Abstract collage of science-related imagery

Chemical Mechanism, Function, and Properties (CMFP)

View guidelines

NSF 22-605

Important information for proposers

All proposals must be submitted in accordance with the requirements specified in this funding opportunity and in the NSF Proposal & Award Policies & Procedures Guide (PAPPG) that is in effect for the relevant due date to which the proposal is being submitted. It is the responsibility of the proposer to ensure that the proposal meets these requirements. Submitting a proposal prior to a specified deadline does not negate this requirement.

Supports physical organic and physical inorganic chemistry research on the nature of chemical mechanism, function, and chemical structure property studies. This program was formerly known as the Chemical Structure, Dynamics, and Mechanisms B program.

Supports physical organic and physical inorganic chemistry research on the nature of chemical mechanism, function, and chemical structure property studies. This program was formerly known as the Chemical Structure, Dynamics, and Mechanisms B program.


The Chemical Mechanism, Function, and Properties (CMFP) Program, formerly named Chemical Structure, Dynamics, and Mechanisms B (CSDM-B) program, supports mechanistic studies of diverse chemical processes, the discovery and development of molecular systems with emergent potential for applications, and chemical structure-property relationship studies. CMFP proposals often involve significant synthetic efforts. Computational proposals in the context of physical organic and physical inorganic chemistry are welcome and they are typically reviewed by both experimentalists and computational chemists. Mechanistic studies are a major component of the CMFP portfolio. These studies include (but are not limited to) mechanisms of organometallic, organic, and inorganic reactions, chemistry of reactive intermediates, mechanistic studies of charge transfer, photochemical (including photoredox), electrochemical, and catalytic processes. The development of novel molecular systems with potential applications in materials, energy, environment, biotechnology, and information sciences is also a significant part of the CMFP portfolio. Examples include (but are not limited to) chromophore development for advanced imaging and solar fuel applications, the development of innovative battery electrolytes, including flow-battery systems, ionic liquids, selective metal binders, artificial photosynthesis, new magnetic and high-spin chemical systems and molecular qubits. Under the chemical structure-property relationship studies, focus is on the properties and chemical reactivity of molecular systems.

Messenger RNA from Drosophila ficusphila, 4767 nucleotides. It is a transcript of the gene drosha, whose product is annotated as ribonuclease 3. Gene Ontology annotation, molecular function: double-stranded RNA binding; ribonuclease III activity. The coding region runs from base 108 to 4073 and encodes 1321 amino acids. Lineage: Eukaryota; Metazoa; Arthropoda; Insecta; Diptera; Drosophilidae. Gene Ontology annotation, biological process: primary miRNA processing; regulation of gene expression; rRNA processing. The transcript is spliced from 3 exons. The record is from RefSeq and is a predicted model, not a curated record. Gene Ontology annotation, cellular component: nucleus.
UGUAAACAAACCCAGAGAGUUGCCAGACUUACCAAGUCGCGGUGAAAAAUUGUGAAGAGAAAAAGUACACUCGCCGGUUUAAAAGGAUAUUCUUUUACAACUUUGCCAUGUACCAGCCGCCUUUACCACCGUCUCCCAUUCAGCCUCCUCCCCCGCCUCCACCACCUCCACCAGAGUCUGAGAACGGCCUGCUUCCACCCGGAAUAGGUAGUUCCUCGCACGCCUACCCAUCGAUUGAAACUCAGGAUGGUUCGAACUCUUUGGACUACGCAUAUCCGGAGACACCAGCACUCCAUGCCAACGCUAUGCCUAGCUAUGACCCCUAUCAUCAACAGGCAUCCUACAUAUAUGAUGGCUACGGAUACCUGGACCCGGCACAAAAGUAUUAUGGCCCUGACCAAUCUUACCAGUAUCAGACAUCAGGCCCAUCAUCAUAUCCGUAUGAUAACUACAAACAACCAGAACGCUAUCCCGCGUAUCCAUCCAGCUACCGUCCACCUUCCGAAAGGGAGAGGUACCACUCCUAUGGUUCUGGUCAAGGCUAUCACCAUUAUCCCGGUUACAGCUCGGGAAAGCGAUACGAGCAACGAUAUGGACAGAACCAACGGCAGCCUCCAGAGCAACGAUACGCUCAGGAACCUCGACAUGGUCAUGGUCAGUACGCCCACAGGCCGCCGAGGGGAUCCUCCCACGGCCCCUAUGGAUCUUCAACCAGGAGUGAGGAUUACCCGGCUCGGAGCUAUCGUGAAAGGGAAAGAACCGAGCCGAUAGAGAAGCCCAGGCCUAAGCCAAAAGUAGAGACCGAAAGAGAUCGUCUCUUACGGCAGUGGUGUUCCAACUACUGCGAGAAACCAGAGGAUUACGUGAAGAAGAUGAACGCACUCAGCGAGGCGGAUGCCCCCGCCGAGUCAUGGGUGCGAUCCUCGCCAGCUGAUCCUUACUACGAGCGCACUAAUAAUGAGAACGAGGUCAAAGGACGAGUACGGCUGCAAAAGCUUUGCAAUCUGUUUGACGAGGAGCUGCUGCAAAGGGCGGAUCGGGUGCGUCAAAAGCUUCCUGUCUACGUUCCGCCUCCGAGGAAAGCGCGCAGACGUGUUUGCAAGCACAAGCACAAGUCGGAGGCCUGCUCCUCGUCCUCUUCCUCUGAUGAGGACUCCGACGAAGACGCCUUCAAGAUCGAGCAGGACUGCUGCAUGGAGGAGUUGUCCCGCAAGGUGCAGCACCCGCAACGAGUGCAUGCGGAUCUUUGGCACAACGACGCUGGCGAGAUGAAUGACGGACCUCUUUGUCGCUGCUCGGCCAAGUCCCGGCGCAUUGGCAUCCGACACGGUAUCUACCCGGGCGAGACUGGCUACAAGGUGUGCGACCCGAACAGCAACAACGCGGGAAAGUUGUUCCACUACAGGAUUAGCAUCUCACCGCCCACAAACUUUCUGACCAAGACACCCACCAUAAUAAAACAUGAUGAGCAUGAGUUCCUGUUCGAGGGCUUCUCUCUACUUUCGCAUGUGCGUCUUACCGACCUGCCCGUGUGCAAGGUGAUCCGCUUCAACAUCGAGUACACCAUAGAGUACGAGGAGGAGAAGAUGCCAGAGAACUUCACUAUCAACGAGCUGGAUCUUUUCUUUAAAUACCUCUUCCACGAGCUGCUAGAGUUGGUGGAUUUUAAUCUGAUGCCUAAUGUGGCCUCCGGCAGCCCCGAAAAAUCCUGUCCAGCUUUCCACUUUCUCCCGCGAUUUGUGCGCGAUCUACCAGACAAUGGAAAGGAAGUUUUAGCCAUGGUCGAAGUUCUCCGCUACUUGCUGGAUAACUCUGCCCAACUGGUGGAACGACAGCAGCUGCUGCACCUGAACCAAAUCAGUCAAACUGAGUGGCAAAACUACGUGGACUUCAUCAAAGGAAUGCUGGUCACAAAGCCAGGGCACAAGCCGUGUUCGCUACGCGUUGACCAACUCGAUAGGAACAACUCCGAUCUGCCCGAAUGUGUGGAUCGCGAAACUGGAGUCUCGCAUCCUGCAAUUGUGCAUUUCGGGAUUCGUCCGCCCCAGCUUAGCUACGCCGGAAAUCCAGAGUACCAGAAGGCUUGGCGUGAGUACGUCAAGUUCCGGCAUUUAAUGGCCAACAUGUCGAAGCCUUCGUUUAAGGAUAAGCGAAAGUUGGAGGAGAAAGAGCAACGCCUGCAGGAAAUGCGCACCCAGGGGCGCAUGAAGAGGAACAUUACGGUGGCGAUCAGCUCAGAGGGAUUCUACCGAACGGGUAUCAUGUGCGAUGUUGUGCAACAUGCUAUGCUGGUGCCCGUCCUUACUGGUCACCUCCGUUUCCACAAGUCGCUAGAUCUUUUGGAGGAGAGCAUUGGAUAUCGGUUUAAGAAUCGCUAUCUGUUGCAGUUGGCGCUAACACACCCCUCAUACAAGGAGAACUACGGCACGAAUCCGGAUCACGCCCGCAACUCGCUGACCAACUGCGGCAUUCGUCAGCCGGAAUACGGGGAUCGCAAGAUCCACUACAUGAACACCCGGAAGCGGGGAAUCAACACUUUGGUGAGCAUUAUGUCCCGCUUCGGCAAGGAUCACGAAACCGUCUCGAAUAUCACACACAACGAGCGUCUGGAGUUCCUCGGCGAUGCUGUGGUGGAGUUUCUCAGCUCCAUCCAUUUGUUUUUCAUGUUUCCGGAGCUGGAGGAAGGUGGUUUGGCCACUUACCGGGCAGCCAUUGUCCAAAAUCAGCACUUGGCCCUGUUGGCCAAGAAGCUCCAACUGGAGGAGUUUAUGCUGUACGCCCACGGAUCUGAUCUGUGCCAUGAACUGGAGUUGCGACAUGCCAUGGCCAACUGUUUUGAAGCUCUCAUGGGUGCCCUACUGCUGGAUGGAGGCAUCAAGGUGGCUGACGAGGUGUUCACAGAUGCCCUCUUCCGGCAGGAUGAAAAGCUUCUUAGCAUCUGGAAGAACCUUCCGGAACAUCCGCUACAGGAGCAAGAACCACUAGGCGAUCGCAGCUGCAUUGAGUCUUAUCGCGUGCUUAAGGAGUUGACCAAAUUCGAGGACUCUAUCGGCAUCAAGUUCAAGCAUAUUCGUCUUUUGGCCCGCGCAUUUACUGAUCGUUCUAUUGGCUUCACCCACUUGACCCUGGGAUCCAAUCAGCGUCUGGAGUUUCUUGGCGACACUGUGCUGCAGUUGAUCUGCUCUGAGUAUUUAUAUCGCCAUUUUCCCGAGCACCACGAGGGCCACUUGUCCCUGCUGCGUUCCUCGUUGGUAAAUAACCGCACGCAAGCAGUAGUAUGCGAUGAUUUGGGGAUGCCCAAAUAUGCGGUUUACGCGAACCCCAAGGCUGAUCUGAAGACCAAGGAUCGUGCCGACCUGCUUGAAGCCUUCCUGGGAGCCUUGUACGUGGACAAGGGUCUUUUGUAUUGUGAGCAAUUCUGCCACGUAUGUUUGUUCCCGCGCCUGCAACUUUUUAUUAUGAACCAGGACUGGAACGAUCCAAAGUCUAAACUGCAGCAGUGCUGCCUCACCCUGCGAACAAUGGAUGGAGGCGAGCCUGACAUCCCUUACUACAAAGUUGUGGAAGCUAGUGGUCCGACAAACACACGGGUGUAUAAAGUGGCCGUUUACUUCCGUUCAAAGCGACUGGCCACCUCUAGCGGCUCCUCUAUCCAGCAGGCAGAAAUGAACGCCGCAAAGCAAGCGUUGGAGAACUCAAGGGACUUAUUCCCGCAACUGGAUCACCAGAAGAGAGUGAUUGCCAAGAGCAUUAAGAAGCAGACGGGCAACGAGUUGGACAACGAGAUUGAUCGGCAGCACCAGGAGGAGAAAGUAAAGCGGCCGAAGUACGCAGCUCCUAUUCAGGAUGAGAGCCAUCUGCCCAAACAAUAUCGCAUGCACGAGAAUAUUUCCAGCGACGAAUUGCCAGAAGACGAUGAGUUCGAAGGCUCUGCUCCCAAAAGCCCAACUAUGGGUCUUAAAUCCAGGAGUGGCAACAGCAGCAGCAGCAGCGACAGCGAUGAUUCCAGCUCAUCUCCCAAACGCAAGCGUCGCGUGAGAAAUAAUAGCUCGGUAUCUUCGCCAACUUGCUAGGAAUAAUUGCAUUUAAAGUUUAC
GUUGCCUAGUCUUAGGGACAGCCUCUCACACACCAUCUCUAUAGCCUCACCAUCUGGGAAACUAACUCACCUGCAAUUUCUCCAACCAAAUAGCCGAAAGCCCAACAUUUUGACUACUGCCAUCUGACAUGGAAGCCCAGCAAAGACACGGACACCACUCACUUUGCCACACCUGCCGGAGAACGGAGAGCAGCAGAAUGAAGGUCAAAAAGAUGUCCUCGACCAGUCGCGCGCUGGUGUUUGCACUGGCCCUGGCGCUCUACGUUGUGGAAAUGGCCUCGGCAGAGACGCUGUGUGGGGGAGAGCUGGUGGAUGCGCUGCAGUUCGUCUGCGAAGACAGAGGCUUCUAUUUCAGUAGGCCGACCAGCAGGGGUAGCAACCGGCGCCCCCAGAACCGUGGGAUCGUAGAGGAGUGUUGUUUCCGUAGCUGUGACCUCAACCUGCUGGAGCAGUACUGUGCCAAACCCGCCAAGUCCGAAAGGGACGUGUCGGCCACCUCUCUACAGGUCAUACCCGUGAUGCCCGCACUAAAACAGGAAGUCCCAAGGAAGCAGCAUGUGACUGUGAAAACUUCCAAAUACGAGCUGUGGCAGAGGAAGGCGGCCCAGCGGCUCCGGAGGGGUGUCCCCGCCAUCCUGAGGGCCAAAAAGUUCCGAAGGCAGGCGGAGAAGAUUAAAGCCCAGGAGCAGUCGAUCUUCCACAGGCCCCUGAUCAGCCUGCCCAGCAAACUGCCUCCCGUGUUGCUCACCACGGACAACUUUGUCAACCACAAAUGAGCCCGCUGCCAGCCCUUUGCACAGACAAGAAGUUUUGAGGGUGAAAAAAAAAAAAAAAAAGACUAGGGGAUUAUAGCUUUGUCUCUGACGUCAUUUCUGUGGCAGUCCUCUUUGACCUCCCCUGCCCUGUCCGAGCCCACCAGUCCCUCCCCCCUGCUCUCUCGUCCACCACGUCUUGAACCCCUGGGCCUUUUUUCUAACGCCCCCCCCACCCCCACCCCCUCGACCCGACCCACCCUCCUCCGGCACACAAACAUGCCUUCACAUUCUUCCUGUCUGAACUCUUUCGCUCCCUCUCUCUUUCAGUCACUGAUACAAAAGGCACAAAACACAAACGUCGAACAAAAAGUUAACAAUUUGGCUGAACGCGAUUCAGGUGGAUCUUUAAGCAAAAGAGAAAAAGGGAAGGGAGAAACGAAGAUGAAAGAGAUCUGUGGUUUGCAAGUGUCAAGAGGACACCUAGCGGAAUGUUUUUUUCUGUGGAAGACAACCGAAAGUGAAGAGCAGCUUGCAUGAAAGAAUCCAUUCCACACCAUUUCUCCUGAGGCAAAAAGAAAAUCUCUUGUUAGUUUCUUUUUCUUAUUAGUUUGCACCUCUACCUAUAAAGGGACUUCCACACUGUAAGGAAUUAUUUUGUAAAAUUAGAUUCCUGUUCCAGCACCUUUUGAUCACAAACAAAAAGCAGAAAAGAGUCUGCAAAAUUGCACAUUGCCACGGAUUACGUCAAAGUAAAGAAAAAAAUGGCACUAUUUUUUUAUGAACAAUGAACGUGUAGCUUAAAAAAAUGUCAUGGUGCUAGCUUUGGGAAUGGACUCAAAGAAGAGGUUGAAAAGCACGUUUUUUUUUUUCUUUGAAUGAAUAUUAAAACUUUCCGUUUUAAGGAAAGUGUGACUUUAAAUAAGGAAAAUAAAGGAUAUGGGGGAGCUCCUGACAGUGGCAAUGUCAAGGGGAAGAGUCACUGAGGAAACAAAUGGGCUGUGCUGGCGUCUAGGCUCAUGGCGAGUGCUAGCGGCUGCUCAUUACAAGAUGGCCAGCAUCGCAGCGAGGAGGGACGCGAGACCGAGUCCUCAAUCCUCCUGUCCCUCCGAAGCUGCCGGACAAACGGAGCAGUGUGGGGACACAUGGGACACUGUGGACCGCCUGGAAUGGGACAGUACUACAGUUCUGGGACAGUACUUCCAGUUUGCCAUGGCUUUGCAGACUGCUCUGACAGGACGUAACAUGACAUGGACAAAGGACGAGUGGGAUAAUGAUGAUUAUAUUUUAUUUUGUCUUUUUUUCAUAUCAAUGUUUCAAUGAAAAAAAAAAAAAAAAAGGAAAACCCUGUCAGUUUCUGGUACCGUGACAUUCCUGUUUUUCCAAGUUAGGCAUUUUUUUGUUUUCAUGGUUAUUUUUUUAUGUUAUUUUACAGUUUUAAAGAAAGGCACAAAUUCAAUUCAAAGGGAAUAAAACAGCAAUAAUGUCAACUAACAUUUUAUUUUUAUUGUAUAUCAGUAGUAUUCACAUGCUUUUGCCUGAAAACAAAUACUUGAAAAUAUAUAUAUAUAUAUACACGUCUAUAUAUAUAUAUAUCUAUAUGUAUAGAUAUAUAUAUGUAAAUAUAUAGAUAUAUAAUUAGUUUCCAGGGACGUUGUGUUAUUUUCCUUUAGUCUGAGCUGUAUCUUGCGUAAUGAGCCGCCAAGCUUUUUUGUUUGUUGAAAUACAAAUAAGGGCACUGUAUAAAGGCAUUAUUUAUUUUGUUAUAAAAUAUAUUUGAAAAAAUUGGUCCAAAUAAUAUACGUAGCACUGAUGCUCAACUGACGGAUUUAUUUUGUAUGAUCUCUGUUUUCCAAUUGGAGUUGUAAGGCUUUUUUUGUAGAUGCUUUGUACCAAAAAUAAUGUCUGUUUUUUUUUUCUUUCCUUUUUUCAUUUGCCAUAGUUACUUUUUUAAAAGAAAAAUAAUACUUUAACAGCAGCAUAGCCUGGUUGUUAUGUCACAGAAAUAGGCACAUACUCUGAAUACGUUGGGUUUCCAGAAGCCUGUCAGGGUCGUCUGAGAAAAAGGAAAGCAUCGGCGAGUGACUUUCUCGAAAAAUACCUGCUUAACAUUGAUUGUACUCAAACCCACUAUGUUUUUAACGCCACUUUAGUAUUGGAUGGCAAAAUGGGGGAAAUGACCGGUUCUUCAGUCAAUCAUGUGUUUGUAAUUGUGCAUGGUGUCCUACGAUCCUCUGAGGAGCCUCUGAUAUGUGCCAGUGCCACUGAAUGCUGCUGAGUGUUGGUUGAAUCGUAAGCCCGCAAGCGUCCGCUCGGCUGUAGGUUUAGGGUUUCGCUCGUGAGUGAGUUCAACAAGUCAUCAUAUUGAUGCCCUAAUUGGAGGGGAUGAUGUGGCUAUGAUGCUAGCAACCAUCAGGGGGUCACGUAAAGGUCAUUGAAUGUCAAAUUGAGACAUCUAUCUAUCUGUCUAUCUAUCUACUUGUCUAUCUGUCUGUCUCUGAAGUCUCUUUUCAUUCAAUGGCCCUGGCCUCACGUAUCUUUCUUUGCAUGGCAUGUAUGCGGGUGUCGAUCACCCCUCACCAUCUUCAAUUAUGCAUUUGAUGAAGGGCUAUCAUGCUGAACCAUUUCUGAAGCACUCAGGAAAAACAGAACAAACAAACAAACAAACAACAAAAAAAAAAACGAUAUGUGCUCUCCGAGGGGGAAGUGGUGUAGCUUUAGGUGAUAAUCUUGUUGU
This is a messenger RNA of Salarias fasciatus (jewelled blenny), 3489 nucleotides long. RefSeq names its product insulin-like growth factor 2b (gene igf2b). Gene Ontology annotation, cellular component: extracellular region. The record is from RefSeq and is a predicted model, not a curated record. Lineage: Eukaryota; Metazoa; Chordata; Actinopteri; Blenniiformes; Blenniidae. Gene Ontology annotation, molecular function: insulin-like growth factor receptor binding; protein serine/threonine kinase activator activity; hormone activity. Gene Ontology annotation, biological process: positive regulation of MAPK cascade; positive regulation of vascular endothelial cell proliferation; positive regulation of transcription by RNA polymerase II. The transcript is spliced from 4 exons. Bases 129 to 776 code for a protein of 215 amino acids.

The CMFP Program is also interested in proposal submissions in the following topical areas: Through the Critical Aspects of Sustainability (CAS) program, the Division of Chemistry looks to support basic research aimed at improving the sustainability of resources for future generations while maintaining or improving current products within a global society. Examples of sustainable chemistry appropriate for the CMFP Program include, but are not limited to: fundamental studies related to sustainable energy such as the development of chromophores based on earth-abundant elements, advanced electrolytes for battery technology, and new approaches to water splitting and carbon dioxide conversion.  The CMFP Program also supports projects that contribute to Quantum Information Science (QIS) using molecular systems.  Grant Opportunities for Academic Liaison with Industry (GOALI) proposals, where such advances are connected directly to industrial considerations, are also encouraged.